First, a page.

Unlike its rival Shenzhen Pagoda Industrial Group Co. Ltd. (2411.HK) which sells directly to consumers, Hongjiu mainly caters to wholesalers. Under its end-to-end model, Hongjiu buys directly from overseas orchards, cutting out intermediaries during the importing and distribution process to minimize fruit losses and maximize profit.

The system helped Hongjiu achieve a gross profit margin of 15.4% last year, higher than Pagoda’s 11.3%. In the first three quarters of 2023, the company’s revenue rose 26.4% to 13.4 billion yuan, but the profit attributable to shareholders was not announced. In the half-year earnings, profit attributable to shareholders was 800 million yuan, down slightly from 850 million yuan in the equivalent half of 2022.

Despite persistent revenue growth, the company has been forced to take on more debt as excessive receivables strained its finances. As of June 30, 2023, bank borrowings had reached 2.78 billion yuan, up 49.2% from the 1.86 billion yuan in the same period a year earlier.

Hongjui supplies produce on 180-day credit to retain its wholesale customers. But, at the same time, it has to pay suppliers in advance to ensure access to high-quality fruits.

Supply and demand squeeze

In the first half of 2023, the turnover period for trade receivables increased to 188.5 days from 144.8 days at the end of 2022, according to the earnings statement. As of June 30, 2023, the credit impairment loss on trade receivables amounted to 184 million yuan, 47.8% higher than the 124 million yuan a year earlier.

The company said it had to extend the payment terms for regional wholesalers and small supermarkets grappling with pandemic problems and economic woes. Simply put, customers are not paying up on time, or at all.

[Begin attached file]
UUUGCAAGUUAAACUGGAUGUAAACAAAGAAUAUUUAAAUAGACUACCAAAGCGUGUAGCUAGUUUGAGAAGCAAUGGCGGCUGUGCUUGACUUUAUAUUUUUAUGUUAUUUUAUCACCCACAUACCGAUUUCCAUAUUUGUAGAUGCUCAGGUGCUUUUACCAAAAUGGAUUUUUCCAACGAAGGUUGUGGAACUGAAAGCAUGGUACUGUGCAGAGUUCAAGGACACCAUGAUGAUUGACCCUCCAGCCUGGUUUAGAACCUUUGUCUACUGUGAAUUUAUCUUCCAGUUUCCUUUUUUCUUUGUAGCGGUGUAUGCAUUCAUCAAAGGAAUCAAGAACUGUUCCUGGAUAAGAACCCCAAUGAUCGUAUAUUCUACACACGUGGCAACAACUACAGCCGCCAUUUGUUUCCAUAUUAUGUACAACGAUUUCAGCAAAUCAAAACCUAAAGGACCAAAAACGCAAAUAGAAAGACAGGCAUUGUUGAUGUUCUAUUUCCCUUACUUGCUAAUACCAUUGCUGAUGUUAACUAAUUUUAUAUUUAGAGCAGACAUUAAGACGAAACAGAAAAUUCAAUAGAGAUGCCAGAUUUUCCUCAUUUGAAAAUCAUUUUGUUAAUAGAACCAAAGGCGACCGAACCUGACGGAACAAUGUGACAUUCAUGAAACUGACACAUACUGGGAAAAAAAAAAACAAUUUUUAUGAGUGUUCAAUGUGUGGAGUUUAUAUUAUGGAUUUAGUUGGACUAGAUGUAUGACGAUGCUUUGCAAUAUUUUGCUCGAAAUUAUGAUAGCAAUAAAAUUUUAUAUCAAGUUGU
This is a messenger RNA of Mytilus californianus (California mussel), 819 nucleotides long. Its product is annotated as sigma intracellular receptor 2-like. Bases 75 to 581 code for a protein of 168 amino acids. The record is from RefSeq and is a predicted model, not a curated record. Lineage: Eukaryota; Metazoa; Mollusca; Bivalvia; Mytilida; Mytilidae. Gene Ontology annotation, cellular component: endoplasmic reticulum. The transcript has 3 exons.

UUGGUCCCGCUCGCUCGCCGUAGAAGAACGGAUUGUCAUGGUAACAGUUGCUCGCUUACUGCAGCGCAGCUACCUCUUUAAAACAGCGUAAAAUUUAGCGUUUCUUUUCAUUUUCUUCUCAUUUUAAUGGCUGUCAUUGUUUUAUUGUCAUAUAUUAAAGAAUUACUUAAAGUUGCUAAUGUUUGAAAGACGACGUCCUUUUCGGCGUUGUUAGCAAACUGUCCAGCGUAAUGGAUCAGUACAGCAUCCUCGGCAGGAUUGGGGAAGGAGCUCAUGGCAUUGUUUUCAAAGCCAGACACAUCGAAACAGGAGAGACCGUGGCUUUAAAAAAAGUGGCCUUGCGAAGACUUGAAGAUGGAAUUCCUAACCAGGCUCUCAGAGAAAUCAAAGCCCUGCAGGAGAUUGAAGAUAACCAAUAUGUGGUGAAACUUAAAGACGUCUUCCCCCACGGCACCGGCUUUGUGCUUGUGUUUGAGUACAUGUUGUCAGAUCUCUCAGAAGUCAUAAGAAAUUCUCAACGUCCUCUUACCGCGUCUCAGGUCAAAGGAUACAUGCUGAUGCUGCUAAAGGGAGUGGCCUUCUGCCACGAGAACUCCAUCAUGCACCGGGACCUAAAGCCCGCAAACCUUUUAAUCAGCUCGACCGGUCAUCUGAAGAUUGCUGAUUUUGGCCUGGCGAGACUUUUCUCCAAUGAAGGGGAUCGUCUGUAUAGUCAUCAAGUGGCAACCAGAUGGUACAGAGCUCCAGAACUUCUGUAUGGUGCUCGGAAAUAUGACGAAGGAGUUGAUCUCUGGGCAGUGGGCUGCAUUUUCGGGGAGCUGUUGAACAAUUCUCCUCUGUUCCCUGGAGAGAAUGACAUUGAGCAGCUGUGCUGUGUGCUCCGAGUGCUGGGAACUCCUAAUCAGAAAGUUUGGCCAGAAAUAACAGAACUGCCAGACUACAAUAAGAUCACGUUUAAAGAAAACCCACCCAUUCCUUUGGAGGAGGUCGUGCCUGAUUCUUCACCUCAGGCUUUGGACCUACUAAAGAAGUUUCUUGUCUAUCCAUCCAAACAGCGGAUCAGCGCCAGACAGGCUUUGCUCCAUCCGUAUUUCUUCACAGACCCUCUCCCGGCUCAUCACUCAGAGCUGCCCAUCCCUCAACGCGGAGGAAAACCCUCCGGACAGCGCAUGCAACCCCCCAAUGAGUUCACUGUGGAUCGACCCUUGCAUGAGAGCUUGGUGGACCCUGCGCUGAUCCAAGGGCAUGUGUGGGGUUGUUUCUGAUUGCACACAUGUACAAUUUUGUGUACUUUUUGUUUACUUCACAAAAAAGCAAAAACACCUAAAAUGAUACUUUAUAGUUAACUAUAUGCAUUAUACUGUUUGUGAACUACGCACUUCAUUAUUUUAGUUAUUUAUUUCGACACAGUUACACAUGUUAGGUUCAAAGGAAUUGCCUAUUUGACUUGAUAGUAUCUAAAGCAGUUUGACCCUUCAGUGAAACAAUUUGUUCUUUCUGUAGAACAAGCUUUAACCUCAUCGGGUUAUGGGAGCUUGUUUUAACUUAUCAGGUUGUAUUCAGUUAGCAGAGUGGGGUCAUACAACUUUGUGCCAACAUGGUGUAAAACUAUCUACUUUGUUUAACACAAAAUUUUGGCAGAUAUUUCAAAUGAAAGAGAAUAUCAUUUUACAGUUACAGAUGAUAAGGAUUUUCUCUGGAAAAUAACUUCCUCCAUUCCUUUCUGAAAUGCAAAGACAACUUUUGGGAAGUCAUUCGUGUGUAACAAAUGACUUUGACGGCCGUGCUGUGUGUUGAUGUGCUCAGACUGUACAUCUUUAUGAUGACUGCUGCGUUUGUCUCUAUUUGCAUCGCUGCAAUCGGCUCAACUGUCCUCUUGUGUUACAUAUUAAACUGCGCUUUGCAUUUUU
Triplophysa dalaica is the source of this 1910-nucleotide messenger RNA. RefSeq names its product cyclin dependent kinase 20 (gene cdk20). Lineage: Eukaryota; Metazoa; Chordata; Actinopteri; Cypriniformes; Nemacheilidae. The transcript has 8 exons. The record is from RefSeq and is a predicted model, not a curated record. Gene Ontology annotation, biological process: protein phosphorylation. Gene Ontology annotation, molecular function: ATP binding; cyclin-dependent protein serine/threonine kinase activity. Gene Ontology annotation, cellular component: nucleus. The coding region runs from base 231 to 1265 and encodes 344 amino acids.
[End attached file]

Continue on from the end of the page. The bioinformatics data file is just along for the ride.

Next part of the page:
Meanwhile, Hongjiu has had to make advance payments to suppliers within a tightening timeframe.  The turnover days for advance payments fell to 33.4 days from 38.3 days in 2022, as the company sought to ensure stable supplies from growers.

In other words, outgoings are accelerating while incomings are slowing down. The business model that drove its success is now a cash drain.  And with China’s weak economic recovery, investors are skeptical about the prospects for recovering the money owed, putting pressure on the share price.

While raising funds through various channels, Hongjiu is also trying to tackle the excessive receivables. Credit lines are being tightened for some customers, while review procedures and debt collection efforts are also being ramped up. At the same time, the fruit distributor is also investing more money in live streaming and e-commerce to cultivate more customers who can settle bills in a shorter period.

In addition, the company told a shareholders’ meeting last December that it was looking to develop its online business and expand into the vegetable market. Unlike high-end fruit, vegetables are in constant demand as daily necessities, but the company needs to figure out how to integrate the businesses and grow its revenue base.

Hongjiu’s shares are now trading at historic lows, with a price-to-earnings (P/E) ratio of 3.9 times compared with 12.5 times for Pagoda. But the stock could stage a recovery as pandemic shocks fade, if the company can improve its finances, diversify its sales and benefit from more efficient customs clearance for imports.